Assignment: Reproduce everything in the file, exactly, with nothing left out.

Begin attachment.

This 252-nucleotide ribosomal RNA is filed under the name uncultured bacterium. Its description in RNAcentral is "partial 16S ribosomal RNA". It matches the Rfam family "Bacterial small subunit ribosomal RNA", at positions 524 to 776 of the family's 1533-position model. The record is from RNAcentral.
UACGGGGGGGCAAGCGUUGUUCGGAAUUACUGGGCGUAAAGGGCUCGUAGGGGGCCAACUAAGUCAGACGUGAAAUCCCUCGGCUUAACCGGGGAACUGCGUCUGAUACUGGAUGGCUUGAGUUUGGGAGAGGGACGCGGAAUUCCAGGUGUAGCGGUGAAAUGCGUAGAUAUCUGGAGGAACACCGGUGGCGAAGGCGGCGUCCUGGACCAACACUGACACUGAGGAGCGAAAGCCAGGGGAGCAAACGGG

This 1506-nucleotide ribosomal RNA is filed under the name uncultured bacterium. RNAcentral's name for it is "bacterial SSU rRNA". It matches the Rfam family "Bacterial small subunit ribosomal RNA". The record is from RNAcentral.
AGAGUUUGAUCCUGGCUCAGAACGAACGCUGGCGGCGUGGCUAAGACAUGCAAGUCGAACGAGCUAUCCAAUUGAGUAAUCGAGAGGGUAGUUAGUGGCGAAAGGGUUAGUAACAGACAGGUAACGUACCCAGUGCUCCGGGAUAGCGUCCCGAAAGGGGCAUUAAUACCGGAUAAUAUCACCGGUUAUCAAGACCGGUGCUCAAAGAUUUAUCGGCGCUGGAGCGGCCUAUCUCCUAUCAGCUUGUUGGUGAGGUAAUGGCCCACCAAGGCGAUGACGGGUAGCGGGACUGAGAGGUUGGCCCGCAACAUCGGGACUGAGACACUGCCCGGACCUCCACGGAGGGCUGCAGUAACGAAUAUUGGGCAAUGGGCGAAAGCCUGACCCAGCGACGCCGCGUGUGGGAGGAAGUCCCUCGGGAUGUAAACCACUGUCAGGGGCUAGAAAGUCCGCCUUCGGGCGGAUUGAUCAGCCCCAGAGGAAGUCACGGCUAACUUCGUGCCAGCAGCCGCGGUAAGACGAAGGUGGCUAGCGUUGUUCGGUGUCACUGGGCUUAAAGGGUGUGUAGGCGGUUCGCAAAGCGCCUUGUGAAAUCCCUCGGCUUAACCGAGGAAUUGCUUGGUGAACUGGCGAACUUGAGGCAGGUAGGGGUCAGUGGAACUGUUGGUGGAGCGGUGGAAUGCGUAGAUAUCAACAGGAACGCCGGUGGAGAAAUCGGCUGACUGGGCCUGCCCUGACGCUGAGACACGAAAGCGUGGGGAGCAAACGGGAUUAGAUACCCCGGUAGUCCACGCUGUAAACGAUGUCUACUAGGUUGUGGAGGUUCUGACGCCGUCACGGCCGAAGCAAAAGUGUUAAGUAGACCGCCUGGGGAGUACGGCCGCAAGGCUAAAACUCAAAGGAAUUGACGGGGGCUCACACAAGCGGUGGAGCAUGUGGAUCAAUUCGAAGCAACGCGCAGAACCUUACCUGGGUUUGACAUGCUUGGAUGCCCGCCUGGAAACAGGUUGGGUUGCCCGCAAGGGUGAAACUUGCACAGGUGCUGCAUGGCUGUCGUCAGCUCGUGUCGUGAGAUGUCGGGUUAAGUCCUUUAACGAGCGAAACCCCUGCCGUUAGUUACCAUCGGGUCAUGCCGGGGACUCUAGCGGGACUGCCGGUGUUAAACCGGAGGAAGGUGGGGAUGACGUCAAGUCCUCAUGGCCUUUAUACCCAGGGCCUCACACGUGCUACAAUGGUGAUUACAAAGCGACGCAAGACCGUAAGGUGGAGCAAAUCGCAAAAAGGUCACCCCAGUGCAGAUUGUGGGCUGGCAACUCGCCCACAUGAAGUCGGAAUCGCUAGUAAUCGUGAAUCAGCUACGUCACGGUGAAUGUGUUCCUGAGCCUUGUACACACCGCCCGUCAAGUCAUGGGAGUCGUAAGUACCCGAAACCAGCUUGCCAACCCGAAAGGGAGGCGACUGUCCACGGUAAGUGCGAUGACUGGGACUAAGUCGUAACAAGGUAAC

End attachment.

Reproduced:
This 252-nucleotide ribosomal RNA is filed under the name uncultured bacterium. Its description in RNAcentral is "partial 16S ribosomal RNA". It matches the Rfam family "Bacterial small subunit ribosomal RNA", at positions 524 to 776 of the family's 1533-position model. The record is from RNAcentral.
UACGGGGGGGCAAGCGUUGUUCGGAAUUACUGGGCGUAAAGGGCUCGUAGGGGGCCAACUAAGUCAGACGUGAAAUCCCUCGGCUUAACCGGGGAACUGCGUCUGAUACUGGAUGGCUUGAGUUUGGGAGAGGGACGCGGAAUUCCAGGUGUAGCGGUGAAAUGCGUAGAUAUCUGGAGGAACACCGGUGGCGAAGGCGGCGUCCUGGACCAACACUGACACUGAGGAGCGAAAGCCAGGGGAGCAAACGGG

This 1506-nucleotide ribosomal RNA is filed under the name uncultured bacterium. RNAcentral's name for it is "bacterial SSU rRNA". It matches the Rfam family "Bacterial small subunit ribosomal RNA". The record is from RNAcentral.
AGAGUUUGAUCCUGGCUCAGAACGAACGCUGGCGGCGUGGCUAAGACAUGCAAGUCGAACGAGCUAUCCAAUUGAGUAAUCGAGAGGGUAGUUAGUGGCGAAAGGGUUAGUAACAGACAGGUAACGUACCCAGUGCUCCGGGAUAGCGUCCCGAAAGGGGCAUUAAUACCGGAUAAUAUCACCGGUUAUCAAGACCGGUGCUCAAAGAUUUAUCGGCGCUGGAGCGGCCUAUCUCCUAUCAGCUUGUUGGUGAGGUAAUGGCCCACCAAGGCGAUGACGGGUAGCGGGACUGAGAGGUUGGCCCGCAACAUCGGGACUGAGACACUGCCCGGACCUCCACGGAGGGCUGCAGUAACGAAUAUUGGGCAAUGGGCGAAAGCCUGACCCAGCGACGCCGCGUGUGGGAGGAAGUCCCUCGGGAUGUAAACCACUGUCAGGGGCUAGAAAGUCCGCCUUCGGGCGGAUUGAUCAGCCCCAGAGGAAGUCACGGCUAACUUCGUGCCAGCAGCCGCGGUAAGACGAAGGUGGCUAGCGUUGUUCGGUGUCACUGGGCUUAAAGGGUGUGUAGGCGGUUCGCAAAGCGCCUUGUGAAAUCCCUCGGCUUAACCGAGGAAUUGCUUGGUGAACUGGCGAACUUGAGGCAGGUAGGGGUCAGUGGAACUGUUGGUGGAGCGGUGGAAUGCGUAGAUAUCAACAGGAACGCCGGUGGAGAAAUCGGCUGACUGGGCCUGCCCUGACGCUGAGACACGAAAGCGUGGGGAGCAAACGGGAUUAGAUACCCCGGUAGUCCACGCUGUAAACGAUGUCUACUAGGUUGUGGAGGUUCUGACGCCGUCACGGCCGAAGCAAAAGUGUUAAGUAGACCGCCUGGGGAGUACGGCCGCAAGGCUAAAACUCAAAGGAAUUGACGGGGGCUCACACAAGCGGUGGAGCAUGUGGAUCAAUUCGAAGCAACGCGCAGAACCUUACCUGGGUUUGACAUGCUUGGAUGCCCGCCUGGAAACAGGUUGGGUUGCCCGCAAGGGUGAAACUUGCACAGGUGCUGCAUGGCUGUCGUCAGCUCGUGUCGUGAGAUGUCGGGUUAAGUCCUUUAACGAGCGAAACCCCUGCCGUUAGUUACCAUCGGGUCAUGCCGGGGACUCUAGCGGGACUGCCGGUGUUAAACCGGAGGAAGGUGGGGAUGACGUCAAGUCCUCAUGGCCUUUAUACCCAGGGCCUCACACGUGCUACAAUGGUGAUUACAAAGCGACGCAAGACCGUAAGGUGGAGCAAAUCGCAAAAAGGUCACCCCAGUGCAGAUUGUGGGCUGGCAACUCGCCCACAUGAAGUCGGAAUCGCUAGUAAUCGUGAAUCAGCUACGUCACGGUGAAUGUGUUCCUGAGCCUUGUACACACCGCCCGUCAAGUCAUGGGAGUCGUAAGUACCCGAAACCAGCUUGCCAACCCGAAAGGGAGGCGACUGUCCACGGUAAGUGCGAUGACUGGGACUAAGUCGUAACAAGGUAAC